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Riverkeeper Provides Additional Insight into EPA Feasibility Study for Cleanup of Gowanus Canal


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Contact: Tina Posterli, 516-526-9371, [email protected]

Member of the Gowanus Community Advisory Group and Technical/Water Quality sub-committee will comment at January 24th meeting about additional areas critical to providing a full-scale remediation

(Ossining, NY – January 23, 2012) – Riverkeeper commends the U.S. Environmental Protection Agency’s (EPA) feasibility study as a good first step toward developing a remedy to clean the Gowanus Canal and will provide comments at tomorrow’s meeting about additional critical aspects that need to be considered in order to achieve a full-scale remediation of one of the most polluted waterways in the country.

“We’re encouraged that the preferred options EPA has set forward in its study will dredge a significant amount of contaminated sediment from the Gowanus,” said Josh Verleun, Riverkeeper Staff Attorney and Chief Investigator. “However, there are some key areas that need to be addressed thoroughly to ensure the success of this project, like a robust plan to halt toxic CSO and other upland source discharges and a plan to protect and restore Gowanus shoreline habitat. We look forward to working with EPA to make it happen.”

The EPA has identified controlling upland sources of pollution including New York City’s combined sewer overflow (CSO) discharges as an integral part of all options being considered to clean the canal. However, with details yet to be released, it is critical that EPA develop a comprehensive approach, setting forth all options being considered to control these toxic pollutants while giving members of the community an opportunity to review and provide input.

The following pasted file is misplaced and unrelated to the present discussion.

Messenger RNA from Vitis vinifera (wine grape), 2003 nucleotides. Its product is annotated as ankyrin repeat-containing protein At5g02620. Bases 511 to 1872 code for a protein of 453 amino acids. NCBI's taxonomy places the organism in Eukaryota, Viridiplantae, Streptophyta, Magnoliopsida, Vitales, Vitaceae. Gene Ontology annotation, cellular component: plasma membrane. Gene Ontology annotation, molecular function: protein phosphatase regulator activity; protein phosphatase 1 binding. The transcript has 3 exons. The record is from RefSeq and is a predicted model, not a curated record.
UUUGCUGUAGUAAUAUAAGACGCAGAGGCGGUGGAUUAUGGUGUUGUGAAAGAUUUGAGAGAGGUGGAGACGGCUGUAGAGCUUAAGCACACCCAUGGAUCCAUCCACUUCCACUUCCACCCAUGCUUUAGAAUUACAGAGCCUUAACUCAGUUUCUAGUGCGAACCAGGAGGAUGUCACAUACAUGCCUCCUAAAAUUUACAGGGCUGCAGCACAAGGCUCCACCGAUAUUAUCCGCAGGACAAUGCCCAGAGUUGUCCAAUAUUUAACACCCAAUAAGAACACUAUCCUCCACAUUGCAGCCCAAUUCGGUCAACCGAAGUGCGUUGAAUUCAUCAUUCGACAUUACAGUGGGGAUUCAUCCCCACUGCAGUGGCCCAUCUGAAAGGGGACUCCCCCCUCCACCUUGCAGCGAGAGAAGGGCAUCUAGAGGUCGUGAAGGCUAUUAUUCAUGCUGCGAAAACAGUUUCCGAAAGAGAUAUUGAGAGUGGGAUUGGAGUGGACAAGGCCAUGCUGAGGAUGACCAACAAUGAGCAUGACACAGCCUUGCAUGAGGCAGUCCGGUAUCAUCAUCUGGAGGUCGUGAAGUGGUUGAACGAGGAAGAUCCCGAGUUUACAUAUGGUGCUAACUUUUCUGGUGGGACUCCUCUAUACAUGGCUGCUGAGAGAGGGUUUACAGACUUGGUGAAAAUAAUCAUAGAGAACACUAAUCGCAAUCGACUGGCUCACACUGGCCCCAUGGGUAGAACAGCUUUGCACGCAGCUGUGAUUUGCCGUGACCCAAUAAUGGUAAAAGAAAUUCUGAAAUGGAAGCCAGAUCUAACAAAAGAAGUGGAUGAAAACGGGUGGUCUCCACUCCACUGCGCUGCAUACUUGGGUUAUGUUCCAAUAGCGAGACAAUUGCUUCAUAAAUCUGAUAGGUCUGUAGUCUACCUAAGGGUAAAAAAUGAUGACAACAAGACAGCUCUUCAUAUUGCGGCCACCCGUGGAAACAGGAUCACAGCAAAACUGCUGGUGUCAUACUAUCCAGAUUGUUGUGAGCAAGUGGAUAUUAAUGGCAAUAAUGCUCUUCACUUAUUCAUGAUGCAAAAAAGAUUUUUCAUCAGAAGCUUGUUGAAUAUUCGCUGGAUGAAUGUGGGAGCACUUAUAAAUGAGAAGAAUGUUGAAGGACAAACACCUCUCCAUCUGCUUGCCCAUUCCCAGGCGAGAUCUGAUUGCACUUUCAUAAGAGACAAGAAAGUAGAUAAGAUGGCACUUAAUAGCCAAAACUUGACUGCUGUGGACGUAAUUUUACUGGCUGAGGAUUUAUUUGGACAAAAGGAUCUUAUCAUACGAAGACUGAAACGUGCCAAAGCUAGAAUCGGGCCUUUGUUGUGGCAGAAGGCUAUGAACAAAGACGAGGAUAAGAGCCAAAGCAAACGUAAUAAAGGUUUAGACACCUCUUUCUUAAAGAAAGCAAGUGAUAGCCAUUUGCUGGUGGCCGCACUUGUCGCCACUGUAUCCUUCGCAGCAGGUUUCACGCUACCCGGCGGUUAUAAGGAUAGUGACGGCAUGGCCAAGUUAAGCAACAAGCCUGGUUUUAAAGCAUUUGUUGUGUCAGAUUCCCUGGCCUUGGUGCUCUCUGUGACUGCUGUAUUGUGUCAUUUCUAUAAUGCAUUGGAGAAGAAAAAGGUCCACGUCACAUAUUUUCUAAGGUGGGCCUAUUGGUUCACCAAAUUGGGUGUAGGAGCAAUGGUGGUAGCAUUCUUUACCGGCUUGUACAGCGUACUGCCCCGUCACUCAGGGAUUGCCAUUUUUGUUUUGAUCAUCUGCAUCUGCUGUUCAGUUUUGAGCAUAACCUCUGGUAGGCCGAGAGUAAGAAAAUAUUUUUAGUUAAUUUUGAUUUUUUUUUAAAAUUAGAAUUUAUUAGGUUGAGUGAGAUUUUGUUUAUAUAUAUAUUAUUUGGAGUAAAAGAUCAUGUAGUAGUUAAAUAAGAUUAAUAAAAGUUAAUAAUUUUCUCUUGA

An approach to cleaning the canal that restores the ecosystem as a whole is vitally important to the future of the Canal. The feasibility study details the need to stabilize the bulkheads and shoreline of the Gowanus Canal during remediation. It is essential for the EPA to work with partner federal and state agencies and stakeholders to develop a plan to restore shoreline habitat and create soft shorelines that foster vegetation, cleanse stormwater, improve public access and make the shoreline more attractive rather than create a clean, but sterile canal with steel bulkheads unfavorable to wildlife.

Riverkeeper has been actively pushing for a cleanup of the Gowanus Canal for years, and was instrumental in getting the Newtown Creek, another highly polluted Brooklyn waterbody, listed for federal Superfund cleanup. Together, these cleanups will provide unprecedented opportunities for people and wildlife in some of the nation’s most densely populated neighborhoods. Through routine water quality sampling, investigation and enforcement of polluters, Riverkeeper also extends its traditional patrol work on the Hudson to these and other tributaries.

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